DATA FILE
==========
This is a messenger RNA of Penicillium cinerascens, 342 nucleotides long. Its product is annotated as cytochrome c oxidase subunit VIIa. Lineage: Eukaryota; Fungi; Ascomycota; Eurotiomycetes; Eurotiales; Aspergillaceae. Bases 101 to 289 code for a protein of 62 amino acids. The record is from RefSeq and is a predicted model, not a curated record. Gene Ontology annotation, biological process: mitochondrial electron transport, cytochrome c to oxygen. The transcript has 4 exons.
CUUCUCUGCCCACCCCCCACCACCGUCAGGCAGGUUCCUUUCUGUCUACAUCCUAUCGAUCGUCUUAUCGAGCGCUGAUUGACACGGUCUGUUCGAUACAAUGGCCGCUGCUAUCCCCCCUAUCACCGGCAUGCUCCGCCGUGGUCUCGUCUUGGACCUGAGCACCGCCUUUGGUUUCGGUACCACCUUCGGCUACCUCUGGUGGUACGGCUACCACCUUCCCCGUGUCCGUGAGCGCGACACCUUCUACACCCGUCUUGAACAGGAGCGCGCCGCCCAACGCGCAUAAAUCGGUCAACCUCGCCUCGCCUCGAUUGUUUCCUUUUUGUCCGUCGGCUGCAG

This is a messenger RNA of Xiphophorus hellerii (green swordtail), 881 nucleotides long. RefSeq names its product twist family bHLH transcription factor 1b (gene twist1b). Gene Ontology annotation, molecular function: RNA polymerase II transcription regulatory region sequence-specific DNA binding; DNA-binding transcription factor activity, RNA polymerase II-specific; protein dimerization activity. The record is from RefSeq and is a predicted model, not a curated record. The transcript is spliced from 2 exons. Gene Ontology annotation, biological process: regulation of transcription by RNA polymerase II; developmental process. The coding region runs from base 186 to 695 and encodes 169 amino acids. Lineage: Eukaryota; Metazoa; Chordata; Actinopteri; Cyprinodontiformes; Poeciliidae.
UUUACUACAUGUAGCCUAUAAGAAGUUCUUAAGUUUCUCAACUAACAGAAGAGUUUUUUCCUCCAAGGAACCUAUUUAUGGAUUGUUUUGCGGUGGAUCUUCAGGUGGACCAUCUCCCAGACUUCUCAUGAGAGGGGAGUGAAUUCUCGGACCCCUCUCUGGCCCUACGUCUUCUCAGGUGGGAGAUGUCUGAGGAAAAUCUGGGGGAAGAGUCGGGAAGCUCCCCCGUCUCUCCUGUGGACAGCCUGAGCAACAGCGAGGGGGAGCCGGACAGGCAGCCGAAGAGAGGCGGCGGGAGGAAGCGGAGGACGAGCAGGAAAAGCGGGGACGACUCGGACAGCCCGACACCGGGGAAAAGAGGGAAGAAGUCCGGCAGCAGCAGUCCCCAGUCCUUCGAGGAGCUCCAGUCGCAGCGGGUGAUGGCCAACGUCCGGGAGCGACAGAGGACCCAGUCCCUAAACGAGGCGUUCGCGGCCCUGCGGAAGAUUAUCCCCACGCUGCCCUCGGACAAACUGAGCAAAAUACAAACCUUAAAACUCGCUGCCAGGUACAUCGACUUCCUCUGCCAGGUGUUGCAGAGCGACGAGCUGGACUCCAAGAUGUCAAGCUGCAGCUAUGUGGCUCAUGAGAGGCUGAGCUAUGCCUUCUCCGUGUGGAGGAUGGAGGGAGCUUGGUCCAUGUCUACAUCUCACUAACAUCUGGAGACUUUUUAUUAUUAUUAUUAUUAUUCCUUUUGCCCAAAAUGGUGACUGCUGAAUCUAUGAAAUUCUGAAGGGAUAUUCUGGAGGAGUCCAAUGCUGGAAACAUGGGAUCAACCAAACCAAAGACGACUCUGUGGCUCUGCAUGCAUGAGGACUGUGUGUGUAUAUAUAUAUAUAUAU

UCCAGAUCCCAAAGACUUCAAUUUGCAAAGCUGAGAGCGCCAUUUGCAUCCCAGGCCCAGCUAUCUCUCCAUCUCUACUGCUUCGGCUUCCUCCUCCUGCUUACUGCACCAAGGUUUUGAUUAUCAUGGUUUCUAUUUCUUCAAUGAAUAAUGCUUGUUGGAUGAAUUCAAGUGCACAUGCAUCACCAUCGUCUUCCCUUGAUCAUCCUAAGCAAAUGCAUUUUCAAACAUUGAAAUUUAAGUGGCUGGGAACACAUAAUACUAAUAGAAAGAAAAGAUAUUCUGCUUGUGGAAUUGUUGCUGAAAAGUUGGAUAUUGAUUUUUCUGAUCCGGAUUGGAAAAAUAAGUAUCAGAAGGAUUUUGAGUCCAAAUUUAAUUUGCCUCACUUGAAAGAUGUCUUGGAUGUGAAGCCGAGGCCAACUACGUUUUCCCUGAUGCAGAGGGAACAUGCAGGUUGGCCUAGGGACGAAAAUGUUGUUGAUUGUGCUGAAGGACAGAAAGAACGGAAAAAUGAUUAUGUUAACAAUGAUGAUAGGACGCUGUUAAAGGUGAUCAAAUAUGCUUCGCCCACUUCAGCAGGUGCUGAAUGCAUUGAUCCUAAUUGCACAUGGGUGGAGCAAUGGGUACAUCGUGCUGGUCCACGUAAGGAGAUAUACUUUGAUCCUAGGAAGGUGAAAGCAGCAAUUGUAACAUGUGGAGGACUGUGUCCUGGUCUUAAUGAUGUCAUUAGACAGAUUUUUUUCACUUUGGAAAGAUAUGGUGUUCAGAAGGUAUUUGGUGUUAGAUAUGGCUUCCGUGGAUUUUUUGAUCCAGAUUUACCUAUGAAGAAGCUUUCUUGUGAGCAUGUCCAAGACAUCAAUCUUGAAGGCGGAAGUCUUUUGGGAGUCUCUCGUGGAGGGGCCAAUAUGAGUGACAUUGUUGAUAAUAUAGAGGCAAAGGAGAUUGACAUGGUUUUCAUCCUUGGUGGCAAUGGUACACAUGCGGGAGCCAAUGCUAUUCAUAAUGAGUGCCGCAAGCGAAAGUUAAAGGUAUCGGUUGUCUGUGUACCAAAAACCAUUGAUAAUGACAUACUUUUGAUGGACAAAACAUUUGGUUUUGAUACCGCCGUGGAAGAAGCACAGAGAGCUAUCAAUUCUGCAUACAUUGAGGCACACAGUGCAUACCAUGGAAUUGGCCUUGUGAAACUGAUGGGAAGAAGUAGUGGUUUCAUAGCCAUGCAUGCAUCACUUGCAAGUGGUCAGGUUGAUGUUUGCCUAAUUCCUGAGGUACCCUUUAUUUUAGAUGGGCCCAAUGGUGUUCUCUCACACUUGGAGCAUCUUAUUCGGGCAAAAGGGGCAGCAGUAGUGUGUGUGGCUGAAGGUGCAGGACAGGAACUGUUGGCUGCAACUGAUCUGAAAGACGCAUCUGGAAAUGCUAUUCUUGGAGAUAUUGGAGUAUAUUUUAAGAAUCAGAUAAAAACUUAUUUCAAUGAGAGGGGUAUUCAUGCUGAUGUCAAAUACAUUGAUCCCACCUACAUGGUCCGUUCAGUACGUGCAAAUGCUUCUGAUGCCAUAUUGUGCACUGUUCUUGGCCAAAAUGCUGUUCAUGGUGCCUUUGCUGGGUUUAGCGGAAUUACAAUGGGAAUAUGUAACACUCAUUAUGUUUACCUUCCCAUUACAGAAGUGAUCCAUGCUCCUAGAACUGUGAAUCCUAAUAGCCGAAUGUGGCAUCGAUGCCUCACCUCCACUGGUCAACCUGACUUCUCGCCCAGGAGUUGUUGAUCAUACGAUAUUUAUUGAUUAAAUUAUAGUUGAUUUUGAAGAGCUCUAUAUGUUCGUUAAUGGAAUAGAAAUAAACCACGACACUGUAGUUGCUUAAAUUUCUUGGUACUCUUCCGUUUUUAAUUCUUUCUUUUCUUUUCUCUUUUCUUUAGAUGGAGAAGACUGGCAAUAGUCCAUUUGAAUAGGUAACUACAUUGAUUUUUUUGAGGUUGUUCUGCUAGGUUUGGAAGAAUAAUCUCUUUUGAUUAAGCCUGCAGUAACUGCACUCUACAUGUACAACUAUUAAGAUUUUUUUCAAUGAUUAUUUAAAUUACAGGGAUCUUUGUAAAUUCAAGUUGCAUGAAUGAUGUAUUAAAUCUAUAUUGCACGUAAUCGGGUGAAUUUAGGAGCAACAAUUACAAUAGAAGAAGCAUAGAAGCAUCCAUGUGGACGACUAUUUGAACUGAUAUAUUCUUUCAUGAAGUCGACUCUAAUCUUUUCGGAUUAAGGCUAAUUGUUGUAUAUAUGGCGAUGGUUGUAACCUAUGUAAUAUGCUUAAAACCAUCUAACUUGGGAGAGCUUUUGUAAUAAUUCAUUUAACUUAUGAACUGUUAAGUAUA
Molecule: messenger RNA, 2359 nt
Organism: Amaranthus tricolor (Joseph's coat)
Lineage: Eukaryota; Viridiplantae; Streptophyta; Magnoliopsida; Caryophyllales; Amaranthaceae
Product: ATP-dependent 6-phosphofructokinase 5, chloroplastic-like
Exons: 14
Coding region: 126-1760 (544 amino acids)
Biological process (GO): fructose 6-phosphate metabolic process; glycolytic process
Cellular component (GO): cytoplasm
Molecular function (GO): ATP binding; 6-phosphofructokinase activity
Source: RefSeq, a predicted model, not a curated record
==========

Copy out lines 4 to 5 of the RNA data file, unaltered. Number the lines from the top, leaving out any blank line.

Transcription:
UUUACUACAUGUAGCCUAUAAGAAGUUCUUAAGUUUCUCAACUAACAGAAGAGUUUUUUCCUCCAAGGAACCUAUUUAUGGAUUGUUUUGCGGUGGAUCUUCAGGUGGACCAUCUCCCAGACUUCUCAUGAGAGGGGAGUGAAUUCUCGGACCCCUCUCUGGCCCUACGUCUUCUCAGGUGGGAGAUGUCUGAGGAAAAUCUGGGGGAAGAGUCGGGAAGCUCCCCCGUCUCUCCUGUGGACAGCCUGAGCAACAGCGAGGGGGAGCCGGACAGGCAGCCGAAGAGAGGCGGCGGGAGGAAGCGGAGGACGAGCAGGAAAAGCGGGGACGACUCGGACAGCCCGACACCGGGGAAAAGAGGGAAGAAGUCCGGCAGCAGCAGUCCCCAGUCCUUCGAGGAGCUCCAGUCGCAGCGGGUGAUGGCCAACGUCCGGGAGCGACAGAGGACCCAGUCCCUAAACGAGGCGUUCGCGGCCCUGCGGAAGAUUAUCCCCACGCUGCCCUCGGACAAACUGAGCAAAAUACAAACCUUAAAACUCGCUGCCAGGUACAUCGACUUCCUCUGCCAGGUGUUGCAGAGCGACGAGCUGGACUCCAAGAUGUCAAGCUGCAGCUAUGUGGCUCAUGAGAGGCUGAGCUAUGCCUUCUCCGUGUGGAGGAUGGAGGGAGCUUGGUCCAUGUCUACAUCUCACUAACAUCUGGAGACUUUUUAUUAUUAUUAUUAUUAUUCCUUUUGCCCAAAAUGGUGACUGCUGAAUCUAUGAAAUUCUGAAGGGAUAUUCUGGAGGAGUCCAAUGCUGGAAACAUGGGAUCAACCAAACCAAAGACGACUCUGUGGCUCUGCAUGCAUGAGGACUGUGUGUGUAUAUAUAUAUAUAUAU

UCCAGAUCCCAAAGACUUCAAUUUGCAAAGCUGAGAGCGCCAUUUGCAUCCCAGGCCCAGCUAUCUCUCCAUCUCUACUGCUUCGGCUUCCUCCUCCUGCUUACUGCACCAAGGUUUUGAUUAUCAUGGUUUCUAUUUCUUCAAUGAAUAAUGCUUGUUGGAUGAAUUCAAGUGCACAUGCAUCACCAUCGUCUUCCCUUGAUCAUCCUAAGCAAAUGCAUUUUCAAACAUUGAAAUUUAAGUGGCUGGGAACACAUAAUACUAAUAGAAAGAAAAGAUAUUCUGCUUGUGGAAUUGUUGCUGAAAAGUUGGAUAUUGAUUUUUCUGAUCCGGAUUGGAAAAAUAAGUAUCAGAAGGAUUUUGAGUCCAAAUUUAAUUUGCCUCACUUGAAAGAUGUCUUGGAUGUGAAGCCGAGGCCAACUACGUUUUCCCUGAUGCAGAGGGAACAUGCAGGUUGGCCUAGGGACGAAAAUGUUGUUGAUUGUGCUGAAGGACAGAAAGAACGGAAAAAUGAUUAUGUUAACAAUGAUGAUAGGACGCUGUUAAAGGUGAUCAAAUAUGCUUCGCCCACUUCAGCAGGUGCUGAAUGCAUUGAUCCUAAUUGCACAUGGGUGGAGCAAUGGGUACAUCGUGCUGGUCCACGUAAGGAGAUAUACUUUGAUCCUAGGAAGGUGAAAGCAGCAAUUGUAACAUGUGGAGGACUGUGUCCUGGUCUUAAUGAUGUCAUUAGACAGAUUUUUUUCACUUUGGAAAGAUAUGGUGUUCAGAAGGUAUUUGGUGUUAGAUAUGGCUUCCGUGGAUUUUUUGAUCCAGAUUUACCUAUGAAGAAGCUUUCUUGUGAGCAUGUCCAAGACAUCAAUCUUGAAGGCGGAAGUCUUUUGGGAGUCUCUCGUGGAGGGGCCAAUAUGAGUGACAUUGUUGAUAAUAUAGAGGCAAAGGAGAUUGACAUGGUUUUCAUCCUUGGUGGCAAUGGUACACAUGCGGGAGCCAAUGCUAUUCAUAAUGAGUGCCGCAAGCGAAAGUUAAAGGUAUCGGUUGUCUGUGUACCAAAAACCAUUGAUAAUGACAUACUUUUGAUGGACAAAACAUUUGGUUUUGAUACCGCCGUGGAAGAAGCACAGAGAGCUAUCAAUUCUGCAUACAUUGAGGCACACAGUGCAUACCAUGGAAUUGGCCUUGUGAAACUGAUGGGAAGAAGUAGUGGUUUCAUAGCCAUGCAUGCAUCACUUGCAAGUGGUCAGGUUGAUGUUUGCCUAAUUCCUGAGGUACCCUUUAUUUUAGAUGGGCCCAAUGGUGUUCUCUCACACUUGGAGCAUCUUAUUCGGGCAAAAGGGGCAGCAGUAGUGUGUGUGGCUGAAGGUGCAGGACAGGAACUGUUGGCUGCAACUGAUCUGAAAGACGCAUCUGGAAAUGCUAUUCUUGGAGAUAUUGGAGUAUAUUUUAAGAAUCAGAUAAAAACUUAUUUCAAUGAGAGGGGUAUUCAUGCUGAUGUCAAAUACAUUGAUCCCACCUACAUGGUCCGUUCAGUACGUGCAAAUGCUUCUGAUGCCAUAUUGUGCACUGUUCUUGGCCAAAAUGCUGUUCAUGGUGCCUUUGCUGGGUUUAGCGGAAUUACAAUGGGAAUAUGUAACACUCAUUAUGUUUACCUUCCCAUUACAGAAGUGAUCCAUGCUCCUAGAACUGUGAAUCCUAAUAGCCGAAUGUGGCAUCGAUGCCUCACCUCCACUGGUCAACCUGACUUCUCGCCCAGGAGUUGUUGAUCAUACGAUAUUUAUUGAUUAAAUUAUAGUUGAUUUUGAAGAGCUCUAUAUGUUCGUUAAUGGAAUAGAAAUAAACCACGACACUGUAGUUGCUUAAAUUUCUUGGUACUCUUCCGUUUUUAAUUCUUUCUUUUCUUUUCUCUUUUCUUUAGAUGGAGAAGACUGGCAAUAGUCCAUUUGAAUAGGUAACUACAUUGAUUUUUUUGAGGUUGUUCUGCUAGGUUUGGAAGAAUAAUCUCUUUUGAUUAAGCCUGCAGUAACUGCACUCUACAUGUACAACUAUUAAGAUUUUUUUCAAUGAUUAUUUAAAUUACAGGGAUCUUUGUAAAUUCAAGUUGCAUGAAUGAUGUAUUAAAUCUAUAUUGCACGUAAUCGGGUGAAUUUAGGAGCAACAAUUACAAUAGAAGAAGCAUAGAAGCAUCCAUGUGGACGACUAUUUGAACUGAUAUAUUCUUUCAUGAAGUCGACUCUAAUCUUUUCGGAUUAAGGCUAAUUGUUGUAUAUAUGGCGAUGGUUGUAACCUAUGUAAUAUGCUUAAAACCAUCUAACUUGGGAGAGCUUUUGUAAUAAUUCAUUUAACUUAUGAACUGUUAAGUAUA